Geek Mental Help Tea Party: Mood Nudging

As part of Geek Mental Help Week and in more general support of World Mental Health Day, Manchester Girl Geeks put together a  Geek Mental Help Tea Party packed with talks and workshops to help folks better understand and manage our well-being.

I’m Manchester Girl Geeks regular @ZoeEBreen and I ran the Mood Nudges workshop.

[Update: here’s the ‘science bit’ on my blog CheerUpLove.com]

What are Mood Nudges?

bookcoverIn April 2016 Jon Cousins (creator of famed mood-logging tool MoodScope – more about that at the end) published Nudge Your Way to Happiness: The 30 Day Workbook for a Happier You.

A daily mood questionnaire and scoring system to prompt readers to come up with ideas for lifestyle tweaks which might benefit their well-being. 

The 30 day programme focuses on a different area of wellbeing each day. These range from the basics like sleep and nutrition to themes such as getting outdoors, to learning something new and celebrating your successes.

There is also space to note your daily scores to see how your mood fluctuates over the duration of the 30 days as you progress through the workbook.

So each day, one questionnaire, one score. Depending on your score you are directed to complete one of three written exercises around that day’s theme.

Mood Nudges: Warm up

I was keen to see what would happen if I tested the Mood Nudges format out on our Geek Mental Help Week guests.

To get into the swing of things participants were asked to fill out one of the standard daily mood questionnaires. Luckily geeks really love filling out forms!

Depending on their score, each participant were given activity A, B, or C to fill out. The theme I chose was called ‘Exercise Helps’ (they didn’t know this before doing the questionnaire).

I then asked people who did each activity to feed back. In a very short amount of time we had some great suggestions for exercise-related mood nudges from climbing up the stairs, to doing a yoga class and walking more on a lunch break.

Mood Nudges: Experiment

I wanted to see what would happen if we introduced our own theme and applied the Mood Nudges format to it. Another recent discussion for Geek Mental Help Week had identified work stress as a common theme, so I put that out there to get things started.

We came up with three related areas: work stress, productivity anxiety and worries that your work isn’t good enough. I split the room into three groups to generate relevant mood nudges.

In just a few minutes, participants came up with some really amazing nudges for their designated sub-theme. I was blown away with both the quality and quantity of suggestions, so much so that I will share them here:

Work stress

  • Prioritise if too many things to do
  • Take a break – at work, take a lunch break & walk
  • Separating working and relaxing spaces / times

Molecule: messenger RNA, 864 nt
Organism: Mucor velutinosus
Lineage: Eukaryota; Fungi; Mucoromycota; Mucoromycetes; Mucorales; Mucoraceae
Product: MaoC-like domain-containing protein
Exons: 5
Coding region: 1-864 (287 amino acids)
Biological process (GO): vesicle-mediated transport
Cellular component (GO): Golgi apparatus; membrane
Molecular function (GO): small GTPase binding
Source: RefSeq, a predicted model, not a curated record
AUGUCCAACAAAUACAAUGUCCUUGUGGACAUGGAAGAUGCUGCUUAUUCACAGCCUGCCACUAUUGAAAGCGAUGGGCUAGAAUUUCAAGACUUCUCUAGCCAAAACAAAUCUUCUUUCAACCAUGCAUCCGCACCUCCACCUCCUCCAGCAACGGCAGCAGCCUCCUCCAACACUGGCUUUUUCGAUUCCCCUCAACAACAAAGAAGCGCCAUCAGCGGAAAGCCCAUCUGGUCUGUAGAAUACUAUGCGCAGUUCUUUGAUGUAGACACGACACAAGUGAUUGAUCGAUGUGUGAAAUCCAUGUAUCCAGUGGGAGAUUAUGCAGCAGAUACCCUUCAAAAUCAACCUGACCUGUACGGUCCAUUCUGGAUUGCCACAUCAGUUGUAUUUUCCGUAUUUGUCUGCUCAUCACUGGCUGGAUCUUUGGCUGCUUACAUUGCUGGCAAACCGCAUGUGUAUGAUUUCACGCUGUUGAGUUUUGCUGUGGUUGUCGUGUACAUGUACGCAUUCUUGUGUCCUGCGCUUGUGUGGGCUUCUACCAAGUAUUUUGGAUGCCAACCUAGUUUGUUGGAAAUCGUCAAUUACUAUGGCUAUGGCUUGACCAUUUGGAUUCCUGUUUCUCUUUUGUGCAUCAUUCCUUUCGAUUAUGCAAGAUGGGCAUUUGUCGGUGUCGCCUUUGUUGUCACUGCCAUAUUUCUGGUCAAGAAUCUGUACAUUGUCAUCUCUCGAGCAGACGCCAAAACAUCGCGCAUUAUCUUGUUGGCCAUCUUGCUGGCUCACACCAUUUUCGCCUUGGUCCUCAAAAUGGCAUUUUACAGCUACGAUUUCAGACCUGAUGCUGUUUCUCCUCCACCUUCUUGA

• Breathing exercises
  • Colouring, doodling to relax

Productivity

  • Make a list of things to do
  • Highlight what you’ve done
  • List achievements at the end of the day
  • Factor in breaks other self-care
  • Put breaks in Trello board
  • Big items – break into tiny tasks
  • Zen habits – one thing at a time – “half your to-do list”
  • Write something nice on a piece of paper and put in a box – opened at the end of the year!

Not good enough?

  • Make a record of your achievements
  • Collect twitter praise – like and remember your achievements – get in perspective
  • Note at least one thing you’ve done well in your career
  • Create a validation corner – visit it
  • Writing weekly what you’ve done right – self-care, e.g. sleep, diet, exercise
  • Focus on the positive

Yay! It worked

This quick workshop, which was around 45 minutes in length, demonstrates how effectively the Mood Nudges technique can be applied to a well-being related problem.

I’d like to thank everyone who took part for their contributions and I know that Jon is very keen to hear the results of my experiment too.

He kindly sent up six copies of the Mood Nudges book all the way from the USA so that I could offer them to anyone who was interested. High demand meant we had to put names in a hat to share the books out fairly. If you missed out, you can get your copy here.

Jon Cousins & Moodscope

Jon is well-known for establishing one of the earliest web-based mood logging websites Moodscope.com, launched in 2010. Since then thousands of people have used the simple system, which involves scoring emotions daily using virtual playing cards to track how their feeling over weeks, months or even years.

Jon devised the system after he’d struggled to find treatments to help his own mood swings. He found that his own awareness of his moods helped him to manage his feelings more effectively, and in 2010 launched Moodscope.com – you can out more about the science that supports it here.

Moodscope and Mood Nudges

After spending time sharing mood-lifting messages on Moodscope, Jon was delighted to hear from people who said these little snippets of advice really helped them. In May 2014 he started posting these daily gems Moodnudges.com. You can also subscribe by email to get a new mood nudge from Jon in your inbox each day.

Resources

Mood Nudges website and daily blog: http://moodnudges.com/

Mood Nudges latest research findings: On CheerUpLove.com

Moodscope (free and paid options): https://www.moodscope.com/

Geek Mental Help website

Geek Mental Help on Twitter
Thanks to Mark Brown aka @markoneinfour and my brother Ellis for helping me develop the workshop format.

[I’m @ZoeEBreen and my blog is:  CheerUpLove.com]

 

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